“Many small people, in small places, doing small things can change the world.”— Eduardo Galeano
Some who are comfortable sharing their feelings in public have voiced this same phenomenon: a sense that our world is closing in on us, getting smaller, and that we need to find a way to open it back up to the environment we believed would always be ours. There are so many obvious reasons the shrinking world is a shared experience for many of us. Anyone who is cleaning an empty nest, middle aged, retired from an earlier life’s work, maybe single now when they’d lived many years not so, and still suffering from the emotional challenges of the pandemic will be experiencing the sense of contraction.
I’m quite sure the hysteria to increase social activity this summer is a direct outgrowth of push-back on this new sense of claustrophobia. Our perception that opportunities are diminishing and social connections drying up will also surge unless we realize that just as with many of society’s other ills, this pandemic, climate, and political upheaval have served to highlight existential realities rather than create them. For a writer or artist of any kind, some of the connection happens inwardly, with a turn to more private intellectual pursuits which are healthy. Yet artists know that without connection to the world around them, their subjects get stale, thus an increased worry for all of us writers that diminishing stimulus only serves to lessen the link to our art.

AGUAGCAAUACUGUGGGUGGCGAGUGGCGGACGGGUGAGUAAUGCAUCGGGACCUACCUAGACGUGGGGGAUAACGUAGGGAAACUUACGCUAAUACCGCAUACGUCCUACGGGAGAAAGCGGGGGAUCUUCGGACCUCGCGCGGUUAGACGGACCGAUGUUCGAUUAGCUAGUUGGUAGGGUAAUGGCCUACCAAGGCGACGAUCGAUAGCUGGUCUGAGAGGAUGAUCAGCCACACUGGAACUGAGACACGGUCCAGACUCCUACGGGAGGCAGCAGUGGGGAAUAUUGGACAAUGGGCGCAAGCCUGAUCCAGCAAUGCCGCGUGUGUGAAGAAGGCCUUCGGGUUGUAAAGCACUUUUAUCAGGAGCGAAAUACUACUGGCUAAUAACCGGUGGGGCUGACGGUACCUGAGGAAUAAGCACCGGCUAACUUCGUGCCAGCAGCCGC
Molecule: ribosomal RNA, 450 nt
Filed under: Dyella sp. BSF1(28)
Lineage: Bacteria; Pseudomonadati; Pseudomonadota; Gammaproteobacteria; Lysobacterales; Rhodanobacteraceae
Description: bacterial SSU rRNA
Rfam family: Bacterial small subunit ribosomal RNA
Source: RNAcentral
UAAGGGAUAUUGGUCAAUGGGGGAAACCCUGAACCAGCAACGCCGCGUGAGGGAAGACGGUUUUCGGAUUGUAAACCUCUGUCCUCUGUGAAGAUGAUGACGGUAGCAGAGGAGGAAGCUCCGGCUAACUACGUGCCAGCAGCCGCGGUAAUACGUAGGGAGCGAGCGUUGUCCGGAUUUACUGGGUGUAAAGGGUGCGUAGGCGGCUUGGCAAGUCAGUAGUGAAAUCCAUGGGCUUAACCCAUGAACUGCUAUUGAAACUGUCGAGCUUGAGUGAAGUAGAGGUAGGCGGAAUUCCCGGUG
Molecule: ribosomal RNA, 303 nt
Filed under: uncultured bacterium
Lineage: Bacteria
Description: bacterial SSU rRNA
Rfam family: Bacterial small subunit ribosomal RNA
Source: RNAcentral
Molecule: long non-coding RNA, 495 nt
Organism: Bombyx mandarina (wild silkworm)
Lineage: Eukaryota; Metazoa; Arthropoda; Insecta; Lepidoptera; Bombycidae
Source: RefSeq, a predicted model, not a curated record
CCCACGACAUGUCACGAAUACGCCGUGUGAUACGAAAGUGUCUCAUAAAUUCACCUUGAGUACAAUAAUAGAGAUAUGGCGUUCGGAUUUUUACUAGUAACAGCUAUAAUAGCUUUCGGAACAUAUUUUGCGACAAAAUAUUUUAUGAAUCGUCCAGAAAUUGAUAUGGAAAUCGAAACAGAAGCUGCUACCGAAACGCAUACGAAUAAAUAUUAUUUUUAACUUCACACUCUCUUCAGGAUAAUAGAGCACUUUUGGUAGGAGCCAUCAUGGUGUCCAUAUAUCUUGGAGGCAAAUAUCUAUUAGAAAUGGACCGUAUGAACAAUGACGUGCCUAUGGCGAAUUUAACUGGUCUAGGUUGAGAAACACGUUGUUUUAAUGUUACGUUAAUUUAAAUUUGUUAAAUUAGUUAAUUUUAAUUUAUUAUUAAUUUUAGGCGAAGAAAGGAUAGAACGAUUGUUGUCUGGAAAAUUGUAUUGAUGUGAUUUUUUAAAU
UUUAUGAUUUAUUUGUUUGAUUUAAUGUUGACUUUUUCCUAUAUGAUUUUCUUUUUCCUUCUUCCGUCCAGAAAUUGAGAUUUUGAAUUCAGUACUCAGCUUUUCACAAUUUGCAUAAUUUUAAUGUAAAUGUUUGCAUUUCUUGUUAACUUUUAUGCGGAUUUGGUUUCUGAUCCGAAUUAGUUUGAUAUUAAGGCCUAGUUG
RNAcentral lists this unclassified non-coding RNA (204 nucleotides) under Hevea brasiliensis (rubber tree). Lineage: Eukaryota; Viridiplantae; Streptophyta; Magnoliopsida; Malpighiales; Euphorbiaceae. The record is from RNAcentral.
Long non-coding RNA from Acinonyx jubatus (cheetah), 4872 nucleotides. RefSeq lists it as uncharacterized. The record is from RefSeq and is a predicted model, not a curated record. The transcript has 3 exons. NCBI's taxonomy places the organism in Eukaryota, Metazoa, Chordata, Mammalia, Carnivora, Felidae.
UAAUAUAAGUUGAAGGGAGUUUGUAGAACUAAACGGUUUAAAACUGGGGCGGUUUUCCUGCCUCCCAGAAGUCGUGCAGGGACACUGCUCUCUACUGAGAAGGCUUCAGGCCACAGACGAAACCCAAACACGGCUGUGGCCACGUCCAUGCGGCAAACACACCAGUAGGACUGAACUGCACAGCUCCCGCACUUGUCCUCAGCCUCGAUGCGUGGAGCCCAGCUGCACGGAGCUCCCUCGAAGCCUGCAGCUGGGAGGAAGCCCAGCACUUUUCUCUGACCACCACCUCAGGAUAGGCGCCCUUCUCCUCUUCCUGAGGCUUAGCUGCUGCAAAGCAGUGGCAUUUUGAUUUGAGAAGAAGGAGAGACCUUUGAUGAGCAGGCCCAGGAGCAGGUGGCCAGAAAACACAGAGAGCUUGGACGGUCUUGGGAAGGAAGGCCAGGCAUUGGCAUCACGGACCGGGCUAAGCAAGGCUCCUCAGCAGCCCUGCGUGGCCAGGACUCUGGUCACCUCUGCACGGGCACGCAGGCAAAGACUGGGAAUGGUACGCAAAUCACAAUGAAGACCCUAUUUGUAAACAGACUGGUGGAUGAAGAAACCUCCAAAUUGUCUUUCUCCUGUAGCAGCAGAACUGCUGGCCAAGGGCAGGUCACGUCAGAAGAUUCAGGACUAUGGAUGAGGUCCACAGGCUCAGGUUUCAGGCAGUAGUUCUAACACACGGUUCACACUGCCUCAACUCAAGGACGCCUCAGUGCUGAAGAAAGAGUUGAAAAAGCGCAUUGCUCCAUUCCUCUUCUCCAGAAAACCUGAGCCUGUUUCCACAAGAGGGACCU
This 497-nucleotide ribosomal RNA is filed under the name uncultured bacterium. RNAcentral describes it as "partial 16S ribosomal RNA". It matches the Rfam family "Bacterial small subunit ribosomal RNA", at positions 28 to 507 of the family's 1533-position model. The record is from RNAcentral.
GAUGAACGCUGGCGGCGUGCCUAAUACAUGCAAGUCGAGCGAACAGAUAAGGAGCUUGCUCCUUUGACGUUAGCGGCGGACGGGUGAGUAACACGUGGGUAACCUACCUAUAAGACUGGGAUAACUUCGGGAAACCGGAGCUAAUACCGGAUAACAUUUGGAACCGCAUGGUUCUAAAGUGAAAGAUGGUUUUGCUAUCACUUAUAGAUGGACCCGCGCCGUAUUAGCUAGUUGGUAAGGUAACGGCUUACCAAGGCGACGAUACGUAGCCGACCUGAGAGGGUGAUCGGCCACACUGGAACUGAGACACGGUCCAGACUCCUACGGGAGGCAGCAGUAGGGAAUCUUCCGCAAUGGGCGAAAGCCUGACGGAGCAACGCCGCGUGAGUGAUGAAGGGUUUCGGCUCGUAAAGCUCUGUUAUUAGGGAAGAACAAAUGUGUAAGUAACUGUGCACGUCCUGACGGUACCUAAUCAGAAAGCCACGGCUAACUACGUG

What can be done about these perfectly natural phenomena, including the isolation imposed by a pandemic? I sense it’s not anything extraordinary. Conserving the energy wasted running around in search of something of our past will give us more for focused effort on things we’ve possibly never found. I think it’s newness we’re after, and that can only be experienced with our receptors at full preparedness. Constantly vibrating antennae take a lot of effort to control and so I suggest we go into a state of ever-readiness rather than constant movement. I know my protagonist in the Emily Alden Trilogy came to deal well with those changes around her that seemed to be constricting her art and her life. Just being ready to go in an entirely different direction gives one all the breathing room needed. The world isn’t shrinking around us, we’re just shrinking from it. I think if we settle down to listen to the music of the spheres a bit more we’ll find new ways of expanding the possibilities.